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University to Offer Out-of-Work Graduates Half Their Tuition Fees Back in Cash

University to Offer Out-of-Work Graduates Half Their Tuition Fees Back in Cash
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The University of Law (ULaw) has launched a new initiative promising graduates half their tuition fees back in cash if they fail to land a job nine months after completing their studies. ULaw is the largest legal training provider in the UK and it works with with 90 of the top 100 law firms. These sort of links are said to bring a wealth of expertise and experience to student learning. The scheme will apply to students beginning the Legal Practice Course (LPC) in July or September this year. This is the first initiative of its kind to offer a “money back” deal.

The scheme falls under The University of Law’s ‘employability promise’ for 2016 and the ‘100% for You’ initiative. Given that LPC fees can cost up to £15,200 in some areas of the country, unemployed graduates could gain up to £7,600 back from the university. What’s more, those that study the Bar Professional Training Course (BPTC), which can cost up to a staggering £19,00, would also receive a 50% discount. ULaw describes that students will be placed firmly at the heart of this “market-changing” new vision for “student success”.

“More than just a degree, today’s students want a clear return on their investment. For law graduates, this means one thing: securing a training contract or a job upon graduation. Our position as the preferred training provider to over 30 major law firms and our experience in training highly skilled law practitioners give us the confidence and the assurance that our graduates will be in employment within nine months,” states University of Law CEO David Johnston.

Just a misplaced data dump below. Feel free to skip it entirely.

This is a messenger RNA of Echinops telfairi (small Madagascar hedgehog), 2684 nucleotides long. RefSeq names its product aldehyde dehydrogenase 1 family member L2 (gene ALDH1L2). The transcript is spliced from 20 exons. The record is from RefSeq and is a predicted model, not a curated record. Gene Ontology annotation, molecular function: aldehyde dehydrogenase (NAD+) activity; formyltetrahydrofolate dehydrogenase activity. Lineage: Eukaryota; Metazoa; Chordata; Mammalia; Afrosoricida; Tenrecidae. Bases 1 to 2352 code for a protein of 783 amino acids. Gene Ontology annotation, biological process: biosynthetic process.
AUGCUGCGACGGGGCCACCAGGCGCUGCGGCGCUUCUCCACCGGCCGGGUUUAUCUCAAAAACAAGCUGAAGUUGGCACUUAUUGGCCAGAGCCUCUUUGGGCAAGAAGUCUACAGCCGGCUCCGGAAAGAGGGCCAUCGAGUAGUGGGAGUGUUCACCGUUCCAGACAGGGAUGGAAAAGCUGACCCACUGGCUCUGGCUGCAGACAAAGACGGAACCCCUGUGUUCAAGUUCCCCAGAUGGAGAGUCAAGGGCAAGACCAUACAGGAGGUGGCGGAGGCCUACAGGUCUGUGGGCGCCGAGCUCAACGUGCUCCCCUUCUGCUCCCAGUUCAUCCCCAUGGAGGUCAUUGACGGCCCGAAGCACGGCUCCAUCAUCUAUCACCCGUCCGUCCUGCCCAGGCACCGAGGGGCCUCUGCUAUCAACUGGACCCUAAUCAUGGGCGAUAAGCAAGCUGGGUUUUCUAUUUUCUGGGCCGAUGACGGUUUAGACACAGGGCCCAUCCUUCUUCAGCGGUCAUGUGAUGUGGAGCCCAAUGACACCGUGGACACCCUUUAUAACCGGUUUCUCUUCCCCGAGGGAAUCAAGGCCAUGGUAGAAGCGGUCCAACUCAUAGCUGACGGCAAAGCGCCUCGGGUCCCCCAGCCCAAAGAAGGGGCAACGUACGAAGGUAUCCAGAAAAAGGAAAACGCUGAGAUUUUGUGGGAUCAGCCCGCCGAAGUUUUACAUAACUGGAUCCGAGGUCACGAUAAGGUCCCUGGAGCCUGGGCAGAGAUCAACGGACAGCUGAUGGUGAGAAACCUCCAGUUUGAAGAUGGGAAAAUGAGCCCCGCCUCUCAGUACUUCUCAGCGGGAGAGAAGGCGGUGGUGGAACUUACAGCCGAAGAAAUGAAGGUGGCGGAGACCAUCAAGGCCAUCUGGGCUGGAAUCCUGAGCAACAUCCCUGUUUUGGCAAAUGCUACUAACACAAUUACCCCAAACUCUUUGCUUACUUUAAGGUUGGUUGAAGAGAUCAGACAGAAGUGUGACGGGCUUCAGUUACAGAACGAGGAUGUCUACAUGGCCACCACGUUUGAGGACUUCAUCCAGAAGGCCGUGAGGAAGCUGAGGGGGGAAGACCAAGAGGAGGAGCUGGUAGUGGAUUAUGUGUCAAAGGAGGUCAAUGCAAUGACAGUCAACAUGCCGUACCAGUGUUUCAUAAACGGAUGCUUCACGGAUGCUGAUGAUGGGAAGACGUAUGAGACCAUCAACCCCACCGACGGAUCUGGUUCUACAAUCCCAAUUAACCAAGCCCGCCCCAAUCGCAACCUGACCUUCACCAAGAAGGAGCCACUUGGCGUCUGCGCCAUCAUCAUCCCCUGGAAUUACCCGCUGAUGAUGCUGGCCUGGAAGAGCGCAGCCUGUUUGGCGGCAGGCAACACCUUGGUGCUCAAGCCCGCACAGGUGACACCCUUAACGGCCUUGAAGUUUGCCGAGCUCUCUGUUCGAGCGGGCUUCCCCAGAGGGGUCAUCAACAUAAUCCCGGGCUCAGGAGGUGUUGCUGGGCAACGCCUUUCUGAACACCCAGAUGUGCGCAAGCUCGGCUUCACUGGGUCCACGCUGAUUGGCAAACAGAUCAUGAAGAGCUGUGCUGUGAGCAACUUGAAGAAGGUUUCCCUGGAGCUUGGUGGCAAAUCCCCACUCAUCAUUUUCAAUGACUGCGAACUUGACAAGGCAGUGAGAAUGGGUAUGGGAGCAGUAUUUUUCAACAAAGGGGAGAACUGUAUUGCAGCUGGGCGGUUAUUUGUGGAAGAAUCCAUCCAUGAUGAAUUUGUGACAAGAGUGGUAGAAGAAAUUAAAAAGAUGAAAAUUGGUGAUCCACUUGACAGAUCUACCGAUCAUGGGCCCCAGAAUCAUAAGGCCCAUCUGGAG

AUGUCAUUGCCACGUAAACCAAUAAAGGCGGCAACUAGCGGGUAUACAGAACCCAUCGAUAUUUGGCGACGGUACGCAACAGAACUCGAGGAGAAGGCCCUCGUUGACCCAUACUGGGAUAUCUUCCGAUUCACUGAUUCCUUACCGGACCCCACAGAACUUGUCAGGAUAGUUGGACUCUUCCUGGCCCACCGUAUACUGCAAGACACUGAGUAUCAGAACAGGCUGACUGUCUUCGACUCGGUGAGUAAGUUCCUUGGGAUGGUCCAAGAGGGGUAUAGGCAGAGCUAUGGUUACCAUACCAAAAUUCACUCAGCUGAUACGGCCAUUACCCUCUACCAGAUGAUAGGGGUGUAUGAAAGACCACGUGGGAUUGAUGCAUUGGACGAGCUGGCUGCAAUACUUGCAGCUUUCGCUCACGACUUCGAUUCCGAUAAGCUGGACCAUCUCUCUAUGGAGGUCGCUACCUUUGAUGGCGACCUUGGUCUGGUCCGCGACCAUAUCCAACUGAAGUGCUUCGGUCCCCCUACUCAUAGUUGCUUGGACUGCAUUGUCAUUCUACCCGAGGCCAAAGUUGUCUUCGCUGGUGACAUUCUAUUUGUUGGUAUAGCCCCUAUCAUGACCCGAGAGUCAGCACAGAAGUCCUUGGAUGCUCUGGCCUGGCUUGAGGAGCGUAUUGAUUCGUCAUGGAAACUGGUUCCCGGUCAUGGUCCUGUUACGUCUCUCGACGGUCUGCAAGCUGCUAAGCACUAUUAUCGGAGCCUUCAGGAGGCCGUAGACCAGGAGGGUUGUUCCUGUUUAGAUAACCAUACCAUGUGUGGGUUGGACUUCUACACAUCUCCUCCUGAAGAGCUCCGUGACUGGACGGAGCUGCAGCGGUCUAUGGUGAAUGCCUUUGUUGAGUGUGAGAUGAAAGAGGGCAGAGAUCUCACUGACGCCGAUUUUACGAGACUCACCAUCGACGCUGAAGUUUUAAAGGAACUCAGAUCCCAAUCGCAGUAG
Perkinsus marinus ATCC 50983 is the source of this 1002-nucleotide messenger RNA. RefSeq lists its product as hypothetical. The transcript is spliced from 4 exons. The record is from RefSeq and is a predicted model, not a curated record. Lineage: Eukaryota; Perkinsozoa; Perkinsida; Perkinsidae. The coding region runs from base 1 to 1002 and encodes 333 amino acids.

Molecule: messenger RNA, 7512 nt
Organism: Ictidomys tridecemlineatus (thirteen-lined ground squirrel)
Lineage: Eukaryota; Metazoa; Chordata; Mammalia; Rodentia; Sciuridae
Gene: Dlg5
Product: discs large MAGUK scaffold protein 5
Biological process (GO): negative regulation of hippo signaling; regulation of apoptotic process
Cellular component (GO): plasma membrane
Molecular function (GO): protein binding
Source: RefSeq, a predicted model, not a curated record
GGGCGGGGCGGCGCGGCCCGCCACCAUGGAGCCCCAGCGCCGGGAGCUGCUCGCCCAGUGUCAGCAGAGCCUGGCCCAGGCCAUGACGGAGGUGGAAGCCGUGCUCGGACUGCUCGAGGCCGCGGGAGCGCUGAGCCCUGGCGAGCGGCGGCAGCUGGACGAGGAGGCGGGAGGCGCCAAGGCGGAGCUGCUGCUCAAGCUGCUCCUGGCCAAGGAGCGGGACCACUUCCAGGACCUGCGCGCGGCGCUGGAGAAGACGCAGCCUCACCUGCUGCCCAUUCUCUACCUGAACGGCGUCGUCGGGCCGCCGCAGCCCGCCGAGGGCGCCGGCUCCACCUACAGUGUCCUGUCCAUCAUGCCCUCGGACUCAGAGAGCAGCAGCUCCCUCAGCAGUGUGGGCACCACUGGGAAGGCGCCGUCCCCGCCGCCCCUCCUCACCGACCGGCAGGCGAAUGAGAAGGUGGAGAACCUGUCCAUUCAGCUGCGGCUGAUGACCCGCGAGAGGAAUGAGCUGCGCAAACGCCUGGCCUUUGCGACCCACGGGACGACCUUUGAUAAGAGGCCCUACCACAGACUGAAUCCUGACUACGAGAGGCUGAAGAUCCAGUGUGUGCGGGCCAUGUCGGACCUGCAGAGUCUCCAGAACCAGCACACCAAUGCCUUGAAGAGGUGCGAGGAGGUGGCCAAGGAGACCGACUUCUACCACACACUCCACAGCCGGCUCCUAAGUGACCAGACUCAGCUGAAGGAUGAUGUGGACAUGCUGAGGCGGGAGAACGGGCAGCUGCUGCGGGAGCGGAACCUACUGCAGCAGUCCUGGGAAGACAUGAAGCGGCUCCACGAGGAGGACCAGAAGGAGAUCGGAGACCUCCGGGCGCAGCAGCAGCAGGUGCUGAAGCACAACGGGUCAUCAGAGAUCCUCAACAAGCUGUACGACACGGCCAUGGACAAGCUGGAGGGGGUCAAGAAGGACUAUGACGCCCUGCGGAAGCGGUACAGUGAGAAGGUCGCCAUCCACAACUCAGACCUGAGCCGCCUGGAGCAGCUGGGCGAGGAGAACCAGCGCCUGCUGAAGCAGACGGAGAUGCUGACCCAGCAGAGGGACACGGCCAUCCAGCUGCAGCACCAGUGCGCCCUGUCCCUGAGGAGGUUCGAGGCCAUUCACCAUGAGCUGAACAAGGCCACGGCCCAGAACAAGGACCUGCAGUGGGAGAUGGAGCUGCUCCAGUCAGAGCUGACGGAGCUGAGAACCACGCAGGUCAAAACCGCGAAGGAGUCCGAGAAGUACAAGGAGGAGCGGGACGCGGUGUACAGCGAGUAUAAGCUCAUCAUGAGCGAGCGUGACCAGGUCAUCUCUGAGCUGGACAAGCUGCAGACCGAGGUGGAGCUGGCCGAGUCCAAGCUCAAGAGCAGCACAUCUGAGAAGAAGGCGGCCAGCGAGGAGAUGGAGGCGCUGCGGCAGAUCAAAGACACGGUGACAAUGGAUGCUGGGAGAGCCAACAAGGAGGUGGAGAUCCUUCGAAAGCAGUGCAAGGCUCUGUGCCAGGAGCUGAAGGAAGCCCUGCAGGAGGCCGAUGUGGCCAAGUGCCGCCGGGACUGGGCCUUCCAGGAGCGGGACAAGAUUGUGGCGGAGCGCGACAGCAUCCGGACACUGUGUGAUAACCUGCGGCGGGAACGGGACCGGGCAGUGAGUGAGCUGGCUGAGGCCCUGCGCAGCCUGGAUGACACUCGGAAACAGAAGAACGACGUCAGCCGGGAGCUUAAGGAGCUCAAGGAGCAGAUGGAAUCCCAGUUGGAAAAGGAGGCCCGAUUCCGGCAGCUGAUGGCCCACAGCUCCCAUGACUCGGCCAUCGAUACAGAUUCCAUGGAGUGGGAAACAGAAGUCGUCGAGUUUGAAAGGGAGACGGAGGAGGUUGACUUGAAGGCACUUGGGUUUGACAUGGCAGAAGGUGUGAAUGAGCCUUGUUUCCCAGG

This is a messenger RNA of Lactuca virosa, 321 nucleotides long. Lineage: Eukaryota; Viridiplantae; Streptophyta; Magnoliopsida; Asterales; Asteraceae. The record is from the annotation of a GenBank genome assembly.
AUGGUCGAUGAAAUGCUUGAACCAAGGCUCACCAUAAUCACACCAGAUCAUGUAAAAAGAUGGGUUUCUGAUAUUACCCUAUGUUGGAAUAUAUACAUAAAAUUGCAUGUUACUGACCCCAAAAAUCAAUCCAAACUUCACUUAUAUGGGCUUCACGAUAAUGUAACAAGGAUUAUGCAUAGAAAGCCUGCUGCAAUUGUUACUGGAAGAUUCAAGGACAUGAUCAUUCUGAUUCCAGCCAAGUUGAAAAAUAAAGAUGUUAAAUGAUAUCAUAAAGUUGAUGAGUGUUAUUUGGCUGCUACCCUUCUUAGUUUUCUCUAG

Nevertheless, the launch of this scheme has occurred in the midst of the post-Brexit climate in which the law sector is predicted to face uncertainty. For instance, before the referendum, it was reported that half of the top graduate employers in the UK threatened to slash their recruitment intake if the UK left the European Union. These graduate employers argued that recruitment would need downscaling if businesses and the economy were faltering and if a reverse of Article 50 led to a lower talent pool of EU graduates for jobs.

Legal Cheek has criticized the small print of this ‘half price’ deal, reporting that the small print excludes “part-time” workers such as those working as paralegals, but have not yet secured a training contract. Equally, employers have questioned how the university will monitor and classify being “out of work”. Likewise, the utility of enrolling students onto the discounted postgraduate courses has been questioned as most law firms insist that masters qualifications fail to improve chances of gaining training contracts or to compensate for previously poor grades. Students currently studying at ULaw have also expressed their disagreements, questioning why candidates unsuccessful at gaining a job should pay half as much as those who are successful.

This initiative is a clear demonstration of confidence in their employability results, which was marked at an impressive 97% from their own figures in 2014. However, this figure also indicates that only three out of every 100 students would qualify for this refund, a number unlikely to “shake-up” the legal training sector as they stated it would.

By Nina Harris

Holly Smith Editor

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